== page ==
Peter Staveloz:
[inaudible 00:21:22] Michael.

Michael Humblet:
Yeah.

Peter Staveloz:
Inspiration? Well, it’s actually quite simple. I’m quite uncommon. It’s not that I have a book or a person I look up to or whatever, for me the biggest inspiration is the team of people that we brought together, and seeing how they evolved, and how they treat the product and the company as their own.

Michael Humblet:
Yeah.

Peter Staveloz:
That, for me, is very inspirational because now it’s them coming with new ideas. Can we do it in that way? Can’t we do it in this way?

Peter Staveloz:
90% of our company are Millennials.

Michael Humblet:
Yeah.

Peter Staveloz:
Which means we attracted very young people, with, let’s say, a typical entrepreneur drive.

Michael Humblet:
Mm-hmm (affirmative).

Peter Staveloz:
Wanting to take responsibility. We try to invest a lot in creating an ecosystem where they come up with new ideas, where they come with things.

Michael Humblet:
Ownership, you’re giving them ownership.

Peter Staveloz:
Yeah, ownership.

Michael Humblet:
I think it’s key. It’s key for growth.

Peter Staveloz:
Yeah, for sure.

Peter Staveloz:
That inspires me a lot. They are client of the future.

Michael Humblet:
Yeah.

Peter Staveloz:
Which means that they’re already thinking about interface and whatever. I’m just not a Millennial anymore.

Michael Humblet:
You’re an old guy.

Peter Staveloz:
Yeah, I’m an old guy.

Peter Staveloz:
There you see that they come with other insights that I couldn’t have had. That’s my biggest inspiration source, the people themselves.

Michael Humblet:
So, where can we learn more about you and your company?

Peter Staveloz:
Well, let’s say we’re setting up a YouTube channel now.

Michael Humblet:
Really?

Peter Staveloz:
Someone inspired me about that.

Michael Humblet:
Good idea!

Peter Staveloz:
Very good idea.

Michael Humblet:
This could work.

Peter Staveloz:
This could work.

Peter Staveloz:
We’re launching a new website in two weeks, where you can actually play around with demos on the website.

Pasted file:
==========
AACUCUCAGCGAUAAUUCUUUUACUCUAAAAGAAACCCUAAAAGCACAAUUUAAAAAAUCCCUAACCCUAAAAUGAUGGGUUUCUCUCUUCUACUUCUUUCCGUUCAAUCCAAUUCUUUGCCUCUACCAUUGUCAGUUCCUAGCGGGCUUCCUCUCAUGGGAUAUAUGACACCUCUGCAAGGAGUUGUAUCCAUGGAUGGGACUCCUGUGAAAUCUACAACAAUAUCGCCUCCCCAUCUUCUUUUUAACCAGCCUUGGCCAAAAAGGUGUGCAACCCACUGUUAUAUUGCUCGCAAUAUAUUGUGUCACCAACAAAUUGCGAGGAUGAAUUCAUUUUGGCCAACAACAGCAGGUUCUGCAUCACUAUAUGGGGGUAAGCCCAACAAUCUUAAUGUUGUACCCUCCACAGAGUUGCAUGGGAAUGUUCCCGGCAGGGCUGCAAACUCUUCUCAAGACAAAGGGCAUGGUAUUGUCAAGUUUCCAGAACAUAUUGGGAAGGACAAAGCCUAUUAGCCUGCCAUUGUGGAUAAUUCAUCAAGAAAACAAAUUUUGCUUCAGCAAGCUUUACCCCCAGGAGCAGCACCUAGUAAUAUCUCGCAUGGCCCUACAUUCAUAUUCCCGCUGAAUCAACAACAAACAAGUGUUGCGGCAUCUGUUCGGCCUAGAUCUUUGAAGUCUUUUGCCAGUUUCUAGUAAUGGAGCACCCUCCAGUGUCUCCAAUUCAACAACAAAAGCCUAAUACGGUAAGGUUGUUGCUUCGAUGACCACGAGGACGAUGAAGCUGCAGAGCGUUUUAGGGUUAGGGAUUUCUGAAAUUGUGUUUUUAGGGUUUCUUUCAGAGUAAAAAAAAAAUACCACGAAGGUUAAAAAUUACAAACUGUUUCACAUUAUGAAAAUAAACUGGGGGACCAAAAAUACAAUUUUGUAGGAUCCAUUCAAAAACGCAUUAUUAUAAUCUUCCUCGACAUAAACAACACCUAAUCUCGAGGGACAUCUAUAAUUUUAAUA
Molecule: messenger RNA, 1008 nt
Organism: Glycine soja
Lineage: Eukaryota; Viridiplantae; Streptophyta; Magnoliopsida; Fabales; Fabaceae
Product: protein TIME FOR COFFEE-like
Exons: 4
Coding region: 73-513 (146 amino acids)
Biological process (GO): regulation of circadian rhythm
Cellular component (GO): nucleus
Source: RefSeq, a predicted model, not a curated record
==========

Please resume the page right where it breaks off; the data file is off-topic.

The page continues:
Michael Humblet:
I think that would be cool.

Peter Staveloz:
It’s very auditive and very visual.

Michael Humblet:
You can get some very … I would actually go really, just the number. The number, phone it, and it unlocks the rest. You could hire me as a consultant for this.

Peter Staveloz:
Sure. Make me an offer.

Michael Humblet:
Yeah.

Michael Humblet:
So, be sure the check out the bot coming soon. I would absolutely check it out. For me, this was really an eye opener. Most of the time, tougher than this, but I really wanted to know all the use cases. I see so much potential.

Michael Humblet:
If you like what you’ve seen, give it a thumbs up, subscribe to the channel. He has a new channel very soon coming, so have a look at that.

Michael Humblet:
I’ll see you next time for a lot more.

Michael Humblet:
Peter, thanks for coming to the show.

Peter Staveloz:
Thanks a lot, Michael.

 

2019-09-30T22:36:12+02:00April 28th, 2019|

About the Author:

Michael Humblet is obsessed with designing, building and scaling sales engines and founder of Chaomatic, focused on unlocking & maximizing revenue growth trusted by over +207 companies. He is a seasoned sales strategist who served in different Sales Leadership functions. Michael Humblet is the host of The Sales Acceleration Show, the sales and marketing focused Q&A show on how to accelerate your business.